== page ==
English v. RKK- There is Even More to the Story

Christopher G. Hill | Construction Law Musings

Just when you thought that the litigation between W. C. English and RKK had no more to give (after all, there have been posts with wisdom from this case herehere, and here), it keeps on giving.  A relatively recent opinion from this litigation involved, among other pre-trial motions, motions by English to exclude expert witness testimony.  English sought to exclude Defendant CDM Smith, Inc’s expert testimony relating to CDM’s standard of care, the replacement of the bridge deck, English’s failure to fire CDM, and additional contributing factors regarding the spacing of the reinforcing steel.  English sought to exclude RKK’s expert opinion regarding English’s owed standard of care vis a vis VDOT.

In evaluating these motions, the Court applied the following standard:

An expert qualified “by knowledge, skill, experience, training, or education, may testify “as to scientific, technical, or other specialized knowledge if it will assist the trier of fact. However, such testimony is only admissible if (1) “the testimony is based upon sufficient facts or data,” (2) “the testimony is the product of reliable principles and methods,” and (3) “the expert has reliably applied the principles and methods to the facts of the case.” [citations excluded here but stated in the opinion]

In applying this standard, the Court partially granted the motion to exclude CDM’s expert.  The Court found that the expert’s experience was adequate and his opinion met the three-part test above as to the first of his opinions on standard of care.  However, the Court excluded the last three opinions for various reasons from lack of helpfulness to the jury to simply reading documents and providing his legal conclusion.  The Court excluded RKK’s expert from testifying because he would simply be providing his interpretation of certain specific parts of the factual record and such interpretation is generally the province of the jury.

This opinion provides a good overview of some of the expert witness issues that can arise in a commercial construction matter.  Construction professionals and their attorneys here in Virginia should review this case as well as those it cites when evaluating the usefulness of certain expert opinions in presenting their claims in litigation.  I highly recommend the opinion to your reading.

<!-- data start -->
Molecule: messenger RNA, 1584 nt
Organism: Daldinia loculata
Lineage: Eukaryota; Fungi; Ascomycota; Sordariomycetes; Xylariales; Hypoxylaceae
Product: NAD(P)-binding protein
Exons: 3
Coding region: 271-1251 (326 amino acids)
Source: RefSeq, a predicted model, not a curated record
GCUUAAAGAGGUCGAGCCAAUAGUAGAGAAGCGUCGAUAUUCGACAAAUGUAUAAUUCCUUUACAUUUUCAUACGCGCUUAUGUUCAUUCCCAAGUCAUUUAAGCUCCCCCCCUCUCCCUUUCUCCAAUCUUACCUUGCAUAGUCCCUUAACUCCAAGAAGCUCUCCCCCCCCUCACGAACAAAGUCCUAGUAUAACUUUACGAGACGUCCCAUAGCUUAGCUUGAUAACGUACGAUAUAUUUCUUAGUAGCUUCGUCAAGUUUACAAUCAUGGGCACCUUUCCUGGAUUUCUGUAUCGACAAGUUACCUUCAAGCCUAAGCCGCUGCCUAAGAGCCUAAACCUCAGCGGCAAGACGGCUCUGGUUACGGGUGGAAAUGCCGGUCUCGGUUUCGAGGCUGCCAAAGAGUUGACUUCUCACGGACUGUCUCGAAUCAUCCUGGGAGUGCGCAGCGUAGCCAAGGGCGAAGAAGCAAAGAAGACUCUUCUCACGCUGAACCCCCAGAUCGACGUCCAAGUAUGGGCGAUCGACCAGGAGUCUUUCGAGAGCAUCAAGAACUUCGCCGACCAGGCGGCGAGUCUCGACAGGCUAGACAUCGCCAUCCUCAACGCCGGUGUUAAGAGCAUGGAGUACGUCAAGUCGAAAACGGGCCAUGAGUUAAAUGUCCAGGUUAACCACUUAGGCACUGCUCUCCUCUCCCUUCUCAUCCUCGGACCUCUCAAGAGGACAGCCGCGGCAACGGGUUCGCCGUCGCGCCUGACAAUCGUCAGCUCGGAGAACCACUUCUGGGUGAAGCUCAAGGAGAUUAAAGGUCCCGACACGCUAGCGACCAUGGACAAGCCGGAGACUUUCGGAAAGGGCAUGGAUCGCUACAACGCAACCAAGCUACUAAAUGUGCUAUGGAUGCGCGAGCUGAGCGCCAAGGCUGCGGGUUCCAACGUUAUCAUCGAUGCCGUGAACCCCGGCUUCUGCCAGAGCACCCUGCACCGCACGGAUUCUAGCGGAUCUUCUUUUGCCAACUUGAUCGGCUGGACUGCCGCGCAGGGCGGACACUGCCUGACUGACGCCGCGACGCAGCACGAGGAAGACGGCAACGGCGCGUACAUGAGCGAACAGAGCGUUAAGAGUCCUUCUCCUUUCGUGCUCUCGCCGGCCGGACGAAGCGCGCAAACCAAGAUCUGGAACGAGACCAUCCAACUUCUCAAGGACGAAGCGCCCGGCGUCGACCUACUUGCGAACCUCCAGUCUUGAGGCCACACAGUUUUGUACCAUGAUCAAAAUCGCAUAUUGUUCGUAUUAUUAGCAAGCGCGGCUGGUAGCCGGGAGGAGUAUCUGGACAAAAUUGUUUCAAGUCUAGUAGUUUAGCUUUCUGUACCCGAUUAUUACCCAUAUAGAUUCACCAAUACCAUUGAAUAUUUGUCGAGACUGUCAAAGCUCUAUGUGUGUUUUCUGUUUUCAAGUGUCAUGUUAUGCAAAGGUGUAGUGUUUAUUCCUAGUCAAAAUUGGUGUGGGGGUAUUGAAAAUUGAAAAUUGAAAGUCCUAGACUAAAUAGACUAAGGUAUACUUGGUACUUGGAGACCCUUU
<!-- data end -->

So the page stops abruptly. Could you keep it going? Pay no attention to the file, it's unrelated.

Witnesses, Add to Your ‘Truthiness’ by Showing Pictures

Dr. Ken Broda-Bahm | Holland & Hart

The idea is a merger of pop culture with academics. In pop culture, “truthiness” refers facetiously to the feeling of something being true, independent of its actual truth value (a term coined by late-night comedian, Stephen Colbert). Academics, however, have creatively adopted the term to describe the real phenomenon that occurs when message elements that are nonprobative are still able to add to the perceived truthfulness of a message. Instead of providing that full explanation whenever they talk about those elements, they simply refer to its truthiness. And what makes a message truthy? Pictures for one thing. I have previously written about the tendency for claims to be more likely to be believed when they are accompanied by a picture, even when the picture does nothing to add to the truth of the statement.

A number of studies have demonstrated the truthiness effect of images in a variety of contexts. Recent research (Derksen et al., 2020) however, applies it to witness testimony. The researchers conducted two experiments testing whether truthiness applies to judgments of witness credibility. They compared witness statements when they were, or were not, accompanied by a related but nonprobative photograph. In both studies, the witness was more credible when their testimony was accompanied by the image. In addition, they found that the photo seemed to be doing the work, because adding related but nonprobative written text had no such effect on witness credibility. The implication is that witnesses should think not just about their verbal testimony but also about whatever related imagery they might use, even if that imagery is just demonstrative and does not strictly add to the evidentiary support.

Use Images Whenever You Reasonably Can